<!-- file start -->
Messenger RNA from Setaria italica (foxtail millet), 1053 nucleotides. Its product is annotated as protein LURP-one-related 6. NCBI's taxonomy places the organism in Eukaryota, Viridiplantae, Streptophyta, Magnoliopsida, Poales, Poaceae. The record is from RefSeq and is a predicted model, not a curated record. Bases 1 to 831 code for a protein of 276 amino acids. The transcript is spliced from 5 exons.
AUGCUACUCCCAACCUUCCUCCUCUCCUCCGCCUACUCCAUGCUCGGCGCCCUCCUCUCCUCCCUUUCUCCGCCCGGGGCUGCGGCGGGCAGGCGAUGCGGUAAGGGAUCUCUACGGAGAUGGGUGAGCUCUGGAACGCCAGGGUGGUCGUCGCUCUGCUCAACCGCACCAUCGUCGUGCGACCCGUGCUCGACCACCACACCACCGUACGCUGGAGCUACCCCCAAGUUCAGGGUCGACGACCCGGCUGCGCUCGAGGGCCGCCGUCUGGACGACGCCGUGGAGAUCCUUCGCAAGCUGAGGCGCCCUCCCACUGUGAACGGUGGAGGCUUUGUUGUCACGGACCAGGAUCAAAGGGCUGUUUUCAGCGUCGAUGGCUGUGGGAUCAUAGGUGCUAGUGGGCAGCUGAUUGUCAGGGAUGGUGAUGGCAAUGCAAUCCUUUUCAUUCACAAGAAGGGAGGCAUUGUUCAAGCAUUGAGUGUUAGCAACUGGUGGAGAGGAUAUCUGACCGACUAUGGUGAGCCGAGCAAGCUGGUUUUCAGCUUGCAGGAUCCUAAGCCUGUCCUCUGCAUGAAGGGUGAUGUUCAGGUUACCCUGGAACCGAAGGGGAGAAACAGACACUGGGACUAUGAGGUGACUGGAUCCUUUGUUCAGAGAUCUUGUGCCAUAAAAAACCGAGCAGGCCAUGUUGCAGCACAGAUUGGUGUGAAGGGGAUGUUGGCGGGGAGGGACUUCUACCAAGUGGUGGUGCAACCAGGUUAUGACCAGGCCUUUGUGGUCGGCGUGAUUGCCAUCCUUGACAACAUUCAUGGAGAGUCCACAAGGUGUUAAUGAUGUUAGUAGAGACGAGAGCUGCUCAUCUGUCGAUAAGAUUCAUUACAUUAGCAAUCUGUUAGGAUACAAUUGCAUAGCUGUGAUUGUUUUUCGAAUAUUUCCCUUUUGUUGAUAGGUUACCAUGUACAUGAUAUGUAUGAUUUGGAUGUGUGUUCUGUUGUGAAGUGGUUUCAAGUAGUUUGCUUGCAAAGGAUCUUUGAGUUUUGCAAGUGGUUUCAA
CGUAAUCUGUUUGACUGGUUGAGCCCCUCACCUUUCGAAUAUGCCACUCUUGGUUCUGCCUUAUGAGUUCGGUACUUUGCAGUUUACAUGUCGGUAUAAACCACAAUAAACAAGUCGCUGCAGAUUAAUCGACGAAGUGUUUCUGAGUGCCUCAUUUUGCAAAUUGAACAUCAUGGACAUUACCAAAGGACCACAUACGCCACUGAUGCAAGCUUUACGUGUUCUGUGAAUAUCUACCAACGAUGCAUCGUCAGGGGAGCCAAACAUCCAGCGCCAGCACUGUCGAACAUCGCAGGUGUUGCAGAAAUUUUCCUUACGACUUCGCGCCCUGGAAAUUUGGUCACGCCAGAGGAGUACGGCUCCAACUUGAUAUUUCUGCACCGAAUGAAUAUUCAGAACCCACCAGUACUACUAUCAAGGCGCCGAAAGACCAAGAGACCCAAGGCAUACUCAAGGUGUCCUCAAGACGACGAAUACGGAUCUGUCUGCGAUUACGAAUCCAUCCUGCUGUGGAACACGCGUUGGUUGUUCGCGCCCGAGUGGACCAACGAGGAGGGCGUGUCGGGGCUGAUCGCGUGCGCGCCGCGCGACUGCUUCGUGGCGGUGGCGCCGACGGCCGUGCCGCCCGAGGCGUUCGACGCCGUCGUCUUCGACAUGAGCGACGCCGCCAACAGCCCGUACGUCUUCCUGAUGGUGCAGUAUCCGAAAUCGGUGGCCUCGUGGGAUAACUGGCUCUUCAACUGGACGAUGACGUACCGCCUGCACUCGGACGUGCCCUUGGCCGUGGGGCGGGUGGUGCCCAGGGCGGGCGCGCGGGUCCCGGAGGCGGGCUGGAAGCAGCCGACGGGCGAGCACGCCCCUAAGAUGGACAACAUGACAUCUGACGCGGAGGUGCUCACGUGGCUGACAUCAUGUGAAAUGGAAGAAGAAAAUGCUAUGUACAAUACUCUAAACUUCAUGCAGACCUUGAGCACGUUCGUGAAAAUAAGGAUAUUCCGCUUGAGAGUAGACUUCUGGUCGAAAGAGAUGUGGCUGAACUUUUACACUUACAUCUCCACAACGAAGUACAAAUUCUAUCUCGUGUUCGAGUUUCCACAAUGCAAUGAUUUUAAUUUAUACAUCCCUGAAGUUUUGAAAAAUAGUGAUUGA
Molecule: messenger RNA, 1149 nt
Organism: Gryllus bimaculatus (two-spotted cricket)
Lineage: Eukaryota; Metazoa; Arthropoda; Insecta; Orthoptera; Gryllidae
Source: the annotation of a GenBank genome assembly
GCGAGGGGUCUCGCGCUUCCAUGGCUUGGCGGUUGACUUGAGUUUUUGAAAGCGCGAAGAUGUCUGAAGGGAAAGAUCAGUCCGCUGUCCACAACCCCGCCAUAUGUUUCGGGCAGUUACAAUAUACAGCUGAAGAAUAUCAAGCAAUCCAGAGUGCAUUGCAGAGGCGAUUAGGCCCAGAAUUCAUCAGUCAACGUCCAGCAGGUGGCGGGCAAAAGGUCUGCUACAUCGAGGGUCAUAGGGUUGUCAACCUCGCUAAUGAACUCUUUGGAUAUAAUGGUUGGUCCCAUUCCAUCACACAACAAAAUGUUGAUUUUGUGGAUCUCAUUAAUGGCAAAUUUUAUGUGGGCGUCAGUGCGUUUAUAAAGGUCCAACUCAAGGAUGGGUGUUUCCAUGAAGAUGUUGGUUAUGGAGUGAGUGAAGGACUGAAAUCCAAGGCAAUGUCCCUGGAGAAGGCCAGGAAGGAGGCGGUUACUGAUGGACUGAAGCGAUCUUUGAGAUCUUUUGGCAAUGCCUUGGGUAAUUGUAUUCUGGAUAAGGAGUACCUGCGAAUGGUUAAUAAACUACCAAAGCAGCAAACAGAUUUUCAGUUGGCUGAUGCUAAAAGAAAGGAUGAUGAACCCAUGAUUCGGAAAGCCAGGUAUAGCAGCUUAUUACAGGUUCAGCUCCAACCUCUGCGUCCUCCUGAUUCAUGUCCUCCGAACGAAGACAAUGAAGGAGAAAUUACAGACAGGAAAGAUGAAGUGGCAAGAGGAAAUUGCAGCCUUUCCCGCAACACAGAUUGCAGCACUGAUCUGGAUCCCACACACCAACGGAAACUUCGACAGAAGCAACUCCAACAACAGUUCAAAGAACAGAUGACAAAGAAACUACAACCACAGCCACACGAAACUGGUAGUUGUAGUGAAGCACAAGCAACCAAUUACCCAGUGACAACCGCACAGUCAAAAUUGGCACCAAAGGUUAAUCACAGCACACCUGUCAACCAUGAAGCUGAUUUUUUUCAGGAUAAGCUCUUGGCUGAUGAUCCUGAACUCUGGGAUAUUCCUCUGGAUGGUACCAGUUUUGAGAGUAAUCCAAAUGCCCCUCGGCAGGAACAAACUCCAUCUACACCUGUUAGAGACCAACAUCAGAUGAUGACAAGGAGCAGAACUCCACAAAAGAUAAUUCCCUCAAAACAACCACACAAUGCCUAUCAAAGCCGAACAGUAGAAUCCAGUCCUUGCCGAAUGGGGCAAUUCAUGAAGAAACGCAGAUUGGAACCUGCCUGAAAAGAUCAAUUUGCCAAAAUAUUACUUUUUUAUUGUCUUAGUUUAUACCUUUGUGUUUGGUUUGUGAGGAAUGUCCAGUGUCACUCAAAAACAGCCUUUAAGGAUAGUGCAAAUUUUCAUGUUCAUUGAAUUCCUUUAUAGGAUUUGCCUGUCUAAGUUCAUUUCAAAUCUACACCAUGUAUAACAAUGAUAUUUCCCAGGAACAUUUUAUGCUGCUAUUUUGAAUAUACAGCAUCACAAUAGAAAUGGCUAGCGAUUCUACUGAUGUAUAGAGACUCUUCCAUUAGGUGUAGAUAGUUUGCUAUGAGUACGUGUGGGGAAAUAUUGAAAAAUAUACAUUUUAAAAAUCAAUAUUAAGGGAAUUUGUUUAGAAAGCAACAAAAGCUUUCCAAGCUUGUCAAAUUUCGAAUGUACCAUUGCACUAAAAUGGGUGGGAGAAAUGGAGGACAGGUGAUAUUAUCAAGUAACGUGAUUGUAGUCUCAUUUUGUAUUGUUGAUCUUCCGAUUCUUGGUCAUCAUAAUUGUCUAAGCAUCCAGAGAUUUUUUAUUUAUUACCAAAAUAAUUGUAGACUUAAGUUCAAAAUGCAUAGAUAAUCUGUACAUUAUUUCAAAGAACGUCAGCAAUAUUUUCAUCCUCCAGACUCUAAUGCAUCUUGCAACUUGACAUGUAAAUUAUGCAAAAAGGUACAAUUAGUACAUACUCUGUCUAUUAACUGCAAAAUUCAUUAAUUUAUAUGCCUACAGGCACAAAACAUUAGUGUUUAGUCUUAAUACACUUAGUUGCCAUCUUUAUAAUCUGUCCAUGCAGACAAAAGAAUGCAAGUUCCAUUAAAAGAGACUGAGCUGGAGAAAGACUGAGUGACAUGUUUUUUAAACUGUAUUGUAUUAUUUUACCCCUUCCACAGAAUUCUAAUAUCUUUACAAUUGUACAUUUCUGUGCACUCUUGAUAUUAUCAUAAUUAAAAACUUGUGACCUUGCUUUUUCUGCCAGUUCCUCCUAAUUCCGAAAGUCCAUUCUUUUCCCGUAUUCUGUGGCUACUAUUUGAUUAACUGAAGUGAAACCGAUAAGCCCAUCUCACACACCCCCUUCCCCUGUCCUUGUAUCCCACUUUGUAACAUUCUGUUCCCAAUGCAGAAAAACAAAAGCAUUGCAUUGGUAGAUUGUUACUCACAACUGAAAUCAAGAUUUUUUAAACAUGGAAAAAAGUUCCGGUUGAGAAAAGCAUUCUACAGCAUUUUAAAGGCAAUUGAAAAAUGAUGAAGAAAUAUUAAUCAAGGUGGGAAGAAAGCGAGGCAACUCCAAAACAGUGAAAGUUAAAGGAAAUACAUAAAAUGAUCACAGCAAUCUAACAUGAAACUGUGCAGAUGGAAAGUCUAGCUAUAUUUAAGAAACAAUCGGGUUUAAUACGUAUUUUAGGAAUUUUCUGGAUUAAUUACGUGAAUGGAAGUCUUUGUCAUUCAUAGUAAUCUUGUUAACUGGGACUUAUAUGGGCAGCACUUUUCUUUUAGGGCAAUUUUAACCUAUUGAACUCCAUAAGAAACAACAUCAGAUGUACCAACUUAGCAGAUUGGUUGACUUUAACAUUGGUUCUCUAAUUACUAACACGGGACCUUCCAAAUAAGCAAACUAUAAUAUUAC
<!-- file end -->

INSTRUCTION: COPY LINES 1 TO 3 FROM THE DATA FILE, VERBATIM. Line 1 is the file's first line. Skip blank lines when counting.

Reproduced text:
Messenger RNA from Setaria italica (foxtail millet), 1053 nucleotides. Its product is annotated as protein LURP-one-related 6. NCBI's taxonomy places the organism in Eukaryota, Viridiplantae, Streptophyta, Magnoliopsida, Poales, Poaceae. The record is from RefSeq and is a predicted model, not a curated record. Bases 1 to 831 code for a protein of 276 amino acids. The transcript is spliced from 5 exons.
AUGCUACUCCCAACCUUCCUCCUCUCCUCCGCCUACUCCAUGCUCGGCGCCCUCCUCUCCUCCCUUUCUCCGCCCGGGGCUGCGGCGGGCAGGCGAUGCGGUAAGGGAUCUCUACGGAGAUGGGUGAGCUCUGGAACGCCAGGGUGGUCGUCGCUCUGCUCAACCGCACCAUCGUCGUGCGACCCGUGCUCGACCACCACACCACCGUACGCUGGAGCUACCCCCAAGUUCAGGGUCGACGACCCGGCUGCGCUCGAGGGCCGCCGUCUGGACGACGCCGUGGAGAUCCUUCGCAAGCUGAGGCGCCCUCCCACUGUGAACGGUGGAGGCUUUGUUGUCACGGACCAGGAUCAAAGGGCUGUUUUCAGCGUCGAUGGCUGUGGGAUCAUAGGUGCUAGUGGGCAGCUGAUUGUCAGGGAUGGUGAUGGCAAUGCAAUCCUUUUCAUUCACAAGAAGGGAGGCAUUGUUCAAGCAUUGAGUGUUAGCAACUGGUGGAGAGGAUAUCUGACCGACUAUGGUGAGCCGAGCAAGCUGGUUUUCAGCUUGCAGGAUCCUAAGCCUGUCCUCUGCAUGAAGGGUGAUGUUCAGGUUACCCUGGAACCGAAGGGGAGAAACAGACACUGGGACUAUGAGGUGACUGGAUCCUUUGUUCAGAGAUCUUGUGCCAUAAAAAACCGAGCAGGCCAUGUUGCAGCACAGAUUGGUGUGAAGGGGAUGUUGGCGGGGAGGGACUUCUACCAAGUGGUGGUGCAACCAGGUUAUGACCAGGCCUUUGUGGUCGGCGUGAUUGCCAUCCUUGACAACAUUCAUGGAGAGUCCACAAGGUGUUAAUGAUGUUAGUAGAGACGAGAGCUGCUCAUCUGUCGAUAAGAUUCAUUACAUUAGCAAUCUGUUAGGAUACAAUUGCAUAGCUGUGAUUGUUUUUCGAAUAUUUCCCUUUUGUUGAUAGGUUACCAUGUACAUGAUAUGUAUGAUUUGGAUGUGUGUUCUGUUGUGAAGUGGUUUCAAGUAGUUUGCUUGCAAAGGAUCUUUGAGUUUUGCAAGUGGUUUCAA
CGUAAUCUGUUUGACUGGUUGAGCCCCUCACCUUUCGAAUAUGCCACUCUUGGUUCUGCCUUAUGAGUUCGGUACUUUGCAGUUUACAUGUCGGUAUAAACCACAAUAAACAAGUCGCUGCAGAUUAAUCGACGAAGUGUUUCUGAGUGCCUCAUUUUGCAAAUUGAACAUCAUGGACAUUACCAAAGGACCACAUACGCCACUGAUGCAAGCUUUACGUGUUCUGUGAAUAUCUACCAACGAUGCAUCGUCAGGGGAGCCAAACAUCCAGCGCCAGCACUGUCGAACAUCGCAGGUGUUGCAGAAAUUUUCCUUACGACUUCGCGCCCUGGAAAUUUGGUCACGCCAGAGGAGUACGGCUCCAACUUGAUAUUUCUGCACCGAAUGAAUAUUCAGAACCCACCAGUACUACUAUCAAGGCGCCGAAAGACCAAGAGACCCAAGGCAUACUCAAGGUGUCCUCAAGACGACGAAUACGGAUCUGUCUGCGAUUACGAAUCCAUCCUGCUGUGGAACACGCGUUGGUUGUUCGCGCCCGAGUGGACCAACGAGGAGGGCGUGUCGGGGCUGAUCGCGUGCGCGCCGCGCGACUGCUUCGUGGCGGUGGCGCCGACGGCCGUGCCGCCCGAGGCGUUCGACGCCGUCGUCUUCGACAUGAGCGACGCCGCCAACAGCCCGUACGUCUUCCUGAUGGUGCAGUAUCCGAAAUCGGUGGCCUCGUGGGAUAACUGGCUCUUCAACUGGACGAUGACGUACCGCCUGCACUCGGACGUGCCCUUGGCCGUGGGGCGGGUGGUGCCCAGGGCGGGCGCGCGGGUCCCGGAGGCGGGCUGGAAGCAGCCGACGGGCGAGCACGCCCCUAAGAUGGACAACAUGACAUCUGACGCGGAGGUGCUCACGUGGCUGACAUCAUGUGAAAUGGAAGAAGAAAAUGCUAUGUACAAUACUCUAAACUUCAUGCAGACCUUGAGCACGUUCGUGAAAAUAAGGAUAUUCCGCUUGAGAGUAGACUUCUGGUCGAAAGAGAUGUGGCUGAACUUUUACACUUACAUCUCCACAACGAAGUACAAAUUCUAUCUCGUGUUCGAGUUUCCACAAUGCAAUGAUUUUAAUUUAUACAUCCCUGAAGUUUUGAAAAAUAGUGAUUGA